The new MacBook Pro with the high-definition screen has a name that hardly trips off the tongue, so I'll just refer to it as the Retina. Comparing the new MacBook to my outgoing MacBook is not that indicative, ie it's not a direct comparison to the outgoing version of the MacBook Pro. However, there are links to some below.
I bought my old (mid 2010) MacBook Pro at the wrong stage of the cycle, out of need - just months later it was replaced by quad-core models, and Apple also introduced Thunderbolt, making my 2010 seem redundant almost immediately, and also excluding me from checking out exciting new Thunderbolt devices with their impressive throughput speeds. When my daughter bought a 13-inch MacBook Pro at the end of 2010, it beat my ostensibly much more powerful MacBook Pro on all tests except video. Ouch.
The new Retina MacBook Pro not only has a new Quad-Core Ivy Bridge CPU running at 2.6GHz and a 1GB Nvidia video card, it has the Retina Display. It also has an SSD instead of a traditional hard drive. Dropping the optical drive bay (you can buy an Apple external optical drive for NZ$120) and the old-school hard drive meant Apple could shave precious area and weight. Despite the power it's just a shade thicker all over than the thickest part of a MacBook Air. The previous MacBook Pro was 24.13mm thick - the Retina is 18.3mm. The previous MacBook Pro was 36.47 centimetres across, and the Retina takes about about half a centimetre off that (35.89cm), and front-to-back the new one drops too: 24.71 compared to 24.94mm. All around it's slightly smaller despite the screen staying at 15.4 inches diagonally. It's also 25% lighter - it's definitely easier to carry, and to get in and out of a laptop bag. Bonus.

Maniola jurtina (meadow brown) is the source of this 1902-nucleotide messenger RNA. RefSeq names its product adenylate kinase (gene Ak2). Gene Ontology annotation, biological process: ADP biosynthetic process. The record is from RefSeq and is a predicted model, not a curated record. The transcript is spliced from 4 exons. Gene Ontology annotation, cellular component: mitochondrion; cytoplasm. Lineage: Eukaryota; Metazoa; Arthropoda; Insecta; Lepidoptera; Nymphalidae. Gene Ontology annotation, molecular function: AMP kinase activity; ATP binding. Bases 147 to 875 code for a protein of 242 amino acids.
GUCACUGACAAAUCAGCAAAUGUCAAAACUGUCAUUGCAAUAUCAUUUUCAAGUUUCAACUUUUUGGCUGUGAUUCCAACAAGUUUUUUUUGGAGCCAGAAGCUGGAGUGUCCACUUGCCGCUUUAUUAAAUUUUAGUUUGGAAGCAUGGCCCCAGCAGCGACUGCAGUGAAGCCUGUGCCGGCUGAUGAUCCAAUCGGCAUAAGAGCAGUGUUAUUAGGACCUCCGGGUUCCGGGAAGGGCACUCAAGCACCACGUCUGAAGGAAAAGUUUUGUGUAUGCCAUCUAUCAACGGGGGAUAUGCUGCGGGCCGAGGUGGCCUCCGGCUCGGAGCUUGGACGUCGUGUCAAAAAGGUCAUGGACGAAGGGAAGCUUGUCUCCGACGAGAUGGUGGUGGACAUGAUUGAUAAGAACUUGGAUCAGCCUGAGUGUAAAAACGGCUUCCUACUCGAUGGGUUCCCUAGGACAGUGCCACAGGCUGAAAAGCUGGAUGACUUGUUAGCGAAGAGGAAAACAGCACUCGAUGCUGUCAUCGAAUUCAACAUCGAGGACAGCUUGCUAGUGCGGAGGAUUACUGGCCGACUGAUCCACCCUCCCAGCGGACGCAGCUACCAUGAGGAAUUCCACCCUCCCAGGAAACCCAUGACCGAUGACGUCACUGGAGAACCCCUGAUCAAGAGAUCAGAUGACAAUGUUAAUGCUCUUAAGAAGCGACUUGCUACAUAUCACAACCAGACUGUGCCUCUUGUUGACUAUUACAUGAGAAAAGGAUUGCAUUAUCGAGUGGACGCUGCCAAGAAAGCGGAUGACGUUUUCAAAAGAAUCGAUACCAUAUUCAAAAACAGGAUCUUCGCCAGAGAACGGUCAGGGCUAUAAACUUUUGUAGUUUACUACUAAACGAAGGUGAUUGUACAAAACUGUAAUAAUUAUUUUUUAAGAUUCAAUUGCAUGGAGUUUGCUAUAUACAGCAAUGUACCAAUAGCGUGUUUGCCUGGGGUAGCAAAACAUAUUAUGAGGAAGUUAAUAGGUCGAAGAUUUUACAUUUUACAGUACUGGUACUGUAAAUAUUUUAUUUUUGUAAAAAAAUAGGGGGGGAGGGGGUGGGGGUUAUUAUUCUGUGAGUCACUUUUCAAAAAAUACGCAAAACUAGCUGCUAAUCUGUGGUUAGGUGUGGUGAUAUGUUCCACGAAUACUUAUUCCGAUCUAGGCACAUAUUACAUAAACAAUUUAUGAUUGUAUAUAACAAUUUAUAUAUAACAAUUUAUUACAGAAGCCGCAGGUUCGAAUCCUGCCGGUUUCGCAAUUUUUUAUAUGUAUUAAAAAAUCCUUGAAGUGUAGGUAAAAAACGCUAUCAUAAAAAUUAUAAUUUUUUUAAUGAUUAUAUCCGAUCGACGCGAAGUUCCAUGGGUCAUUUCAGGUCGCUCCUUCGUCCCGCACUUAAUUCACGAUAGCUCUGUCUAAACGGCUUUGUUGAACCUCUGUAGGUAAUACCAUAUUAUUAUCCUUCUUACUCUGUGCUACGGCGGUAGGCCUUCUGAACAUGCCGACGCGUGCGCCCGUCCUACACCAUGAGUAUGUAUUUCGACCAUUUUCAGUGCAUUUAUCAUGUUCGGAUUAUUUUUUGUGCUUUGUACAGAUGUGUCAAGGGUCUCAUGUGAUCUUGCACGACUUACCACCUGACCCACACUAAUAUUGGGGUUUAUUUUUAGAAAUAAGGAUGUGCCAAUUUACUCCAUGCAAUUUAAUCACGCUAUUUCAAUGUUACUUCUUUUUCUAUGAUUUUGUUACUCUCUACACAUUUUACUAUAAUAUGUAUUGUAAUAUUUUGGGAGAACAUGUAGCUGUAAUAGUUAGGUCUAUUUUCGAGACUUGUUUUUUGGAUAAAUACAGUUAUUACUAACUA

As for ports, there's one USB 3 (backwards compatible to 2 and 1) port on each side, plus an SDXC card slot (for reading cards from digital cameras) and a new HDMI port on the right. This will be handy for those who present - just plug it into an existing digital display (ie, a TV) with HDMI. On the left there are also two Thunderbolt ports (no Ethernet, but you can get an adapter for NZ$50), the MagSafe2 charge port (not compatible with older MagSafe cables) and the combined audio in/out.
USB 3 means you don't have to get a fast, but still expensive Thunderbolt drive. Your USB 2 drives will still work, and finally faster USB 3 drives are also available to Mac users.
Apple played around with the internal cooling to make the fan quieter (it doesn't generate a vibration or hum as it's asymmetric) and also to save space, meaning the speakers could be changed. They are incredibly clear: there still isn't enough bass but with the clarity and extra volume, they're a definite improvement.
The screen takes up more of the lid area (the surrounding black bezel is narrower). All those extra pixels - they're individually smaller, in other words, to fit more in - make for better contrast and images look amazing, particularly those shot on high-megapixel cameras. Blacks are deeper and everything looks more precise. The biggest obvious differences is that text looks extra crisp. Good typefaces re-justify your faith in the typographers' art. Icons somehow look more 3D with ones like, for example, NetNewWire's and Mail's looking particularly marvellous with Dock magnification up to full.
Other than that, you get used to it really fast and only get a visual jolt when you go back to a 'lesser' display. Some apps are still playing catchup - Photoshop, for example, displays images in all their high-resolution glory - but its dialogue boxes look blurry and pixellated by comparison (an update is expected soon). Most Apple apps are already Retina-ready.
At it's native 1680x1050 setting, the Retina Display looks great, even compared to the high-res option of my 2010 MacBook Pro. It defaults to Best for Retina Display, but if you click Scaled the other options appear, from Larger Text to More Space (making everything look smaller). It's very quick to switch between resolutions compared to other Macs.